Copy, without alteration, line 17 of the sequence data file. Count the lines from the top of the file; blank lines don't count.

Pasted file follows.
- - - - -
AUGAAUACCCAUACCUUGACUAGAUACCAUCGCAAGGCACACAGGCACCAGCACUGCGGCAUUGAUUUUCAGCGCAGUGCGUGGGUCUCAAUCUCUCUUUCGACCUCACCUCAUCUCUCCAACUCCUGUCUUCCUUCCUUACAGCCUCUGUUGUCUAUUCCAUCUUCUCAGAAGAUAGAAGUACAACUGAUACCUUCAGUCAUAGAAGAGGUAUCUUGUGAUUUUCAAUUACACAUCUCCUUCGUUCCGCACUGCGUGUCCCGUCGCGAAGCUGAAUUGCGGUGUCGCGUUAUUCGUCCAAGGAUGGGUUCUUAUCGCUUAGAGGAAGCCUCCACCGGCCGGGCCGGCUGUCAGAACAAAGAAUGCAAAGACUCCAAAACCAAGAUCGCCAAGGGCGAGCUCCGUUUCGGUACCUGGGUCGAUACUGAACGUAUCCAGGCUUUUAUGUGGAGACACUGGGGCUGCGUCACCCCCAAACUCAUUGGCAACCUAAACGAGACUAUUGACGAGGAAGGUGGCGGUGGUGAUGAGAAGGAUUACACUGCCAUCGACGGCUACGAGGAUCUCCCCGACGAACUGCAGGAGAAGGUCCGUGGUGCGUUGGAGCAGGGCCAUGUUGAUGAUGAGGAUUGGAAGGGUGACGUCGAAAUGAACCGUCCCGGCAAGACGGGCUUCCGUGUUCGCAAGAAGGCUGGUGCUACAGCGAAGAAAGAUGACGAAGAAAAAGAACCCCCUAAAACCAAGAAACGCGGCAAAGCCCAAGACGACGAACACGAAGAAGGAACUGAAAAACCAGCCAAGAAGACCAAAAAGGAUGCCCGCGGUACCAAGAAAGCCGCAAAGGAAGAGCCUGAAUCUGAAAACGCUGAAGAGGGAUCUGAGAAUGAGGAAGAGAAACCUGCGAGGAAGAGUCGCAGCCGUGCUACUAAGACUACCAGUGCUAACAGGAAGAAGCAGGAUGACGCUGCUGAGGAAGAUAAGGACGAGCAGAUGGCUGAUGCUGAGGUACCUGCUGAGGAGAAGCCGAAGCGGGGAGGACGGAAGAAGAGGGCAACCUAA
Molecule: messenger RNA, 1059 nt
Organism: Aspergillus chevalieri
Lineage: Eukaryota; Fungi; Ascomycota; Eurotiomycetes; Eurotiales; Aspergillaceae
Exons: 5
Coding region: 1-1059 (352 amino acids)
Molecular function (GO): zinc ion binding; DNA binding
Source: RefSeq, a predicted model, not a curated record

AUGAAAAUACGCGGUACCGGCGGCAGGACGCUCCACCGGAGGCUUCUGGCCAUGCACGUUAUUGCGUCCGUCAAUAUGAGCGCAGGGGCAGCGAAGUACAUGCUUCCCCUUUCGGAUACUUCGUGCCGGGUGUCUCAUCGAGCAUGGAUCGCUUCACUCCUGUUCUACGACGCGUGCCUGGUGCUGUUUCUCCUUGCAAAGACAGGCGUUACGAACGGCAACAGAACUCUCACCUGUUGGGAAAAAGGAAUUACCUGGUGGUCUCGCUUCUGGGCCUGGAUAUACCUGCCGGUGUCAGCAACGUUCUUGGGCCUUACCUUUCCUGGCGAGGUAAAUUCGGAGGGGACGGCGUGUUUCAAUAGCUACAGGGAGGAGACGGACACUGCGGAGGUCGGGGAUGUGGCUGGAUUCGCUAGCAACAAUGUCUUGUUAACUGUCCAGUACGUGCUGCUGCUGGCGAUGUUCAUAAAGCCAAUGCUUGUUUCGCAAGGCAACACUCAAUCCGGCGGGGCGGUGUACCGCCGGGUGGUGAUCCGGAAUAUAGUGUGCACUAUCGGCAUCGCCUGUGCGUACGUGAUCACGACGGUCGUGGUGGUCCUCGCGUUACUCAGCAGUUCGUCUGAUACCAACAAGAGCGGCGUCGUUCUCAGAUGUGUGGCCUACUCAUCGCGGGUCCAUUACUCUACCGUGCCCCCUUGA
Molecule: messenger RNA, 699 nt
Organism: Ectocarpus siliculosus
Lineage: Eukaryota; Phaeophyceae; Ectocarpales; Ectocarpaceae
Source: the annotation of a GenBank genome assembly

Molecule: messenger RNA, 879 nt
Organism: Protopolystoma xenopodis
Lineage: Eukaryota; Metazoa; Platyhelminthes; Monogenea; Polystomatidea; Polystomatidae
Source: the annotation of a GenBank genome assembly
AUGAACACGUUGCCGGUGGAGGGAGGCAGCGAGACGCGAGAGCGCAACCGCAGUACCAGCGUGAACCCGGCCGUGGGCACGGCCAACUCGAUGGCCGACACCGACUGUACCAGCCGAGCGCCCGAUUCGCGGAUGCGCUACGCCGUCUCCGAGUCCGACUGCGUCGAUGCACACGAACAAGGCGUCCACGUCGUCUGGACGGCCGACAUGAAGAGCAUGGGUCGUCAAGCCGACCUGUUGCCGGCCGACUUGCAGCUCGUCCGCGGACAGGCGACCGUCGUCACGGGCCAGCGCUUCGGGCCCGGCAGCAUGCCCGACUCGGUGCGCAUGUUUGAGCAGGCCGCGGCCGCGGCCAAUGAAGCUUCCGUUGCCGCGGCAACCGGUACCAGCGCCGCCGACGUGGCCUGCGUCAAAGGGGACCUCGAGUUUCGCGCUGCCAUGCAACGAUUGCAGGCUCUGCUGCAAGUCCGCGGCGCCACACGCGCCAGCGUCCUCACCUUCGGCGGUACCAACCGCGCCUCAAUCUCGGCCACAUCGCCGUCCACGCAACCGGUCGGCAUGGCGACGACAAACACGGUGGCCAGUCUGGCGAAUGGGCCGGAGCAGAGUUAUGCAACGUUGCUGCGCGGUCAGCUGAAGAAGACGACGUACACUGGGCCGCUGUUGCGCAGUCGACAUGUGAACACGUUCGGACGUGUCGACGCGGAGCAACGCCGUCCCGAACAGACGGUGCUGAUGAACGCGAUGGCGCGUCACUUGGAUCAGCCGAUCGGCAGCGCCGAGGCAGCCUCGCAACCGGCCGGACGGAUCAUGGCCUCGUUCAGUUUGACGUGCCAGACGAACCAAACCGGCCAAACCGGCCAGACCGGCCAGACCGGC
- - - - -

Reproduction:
Source: the annotation of a GenBank genome assembly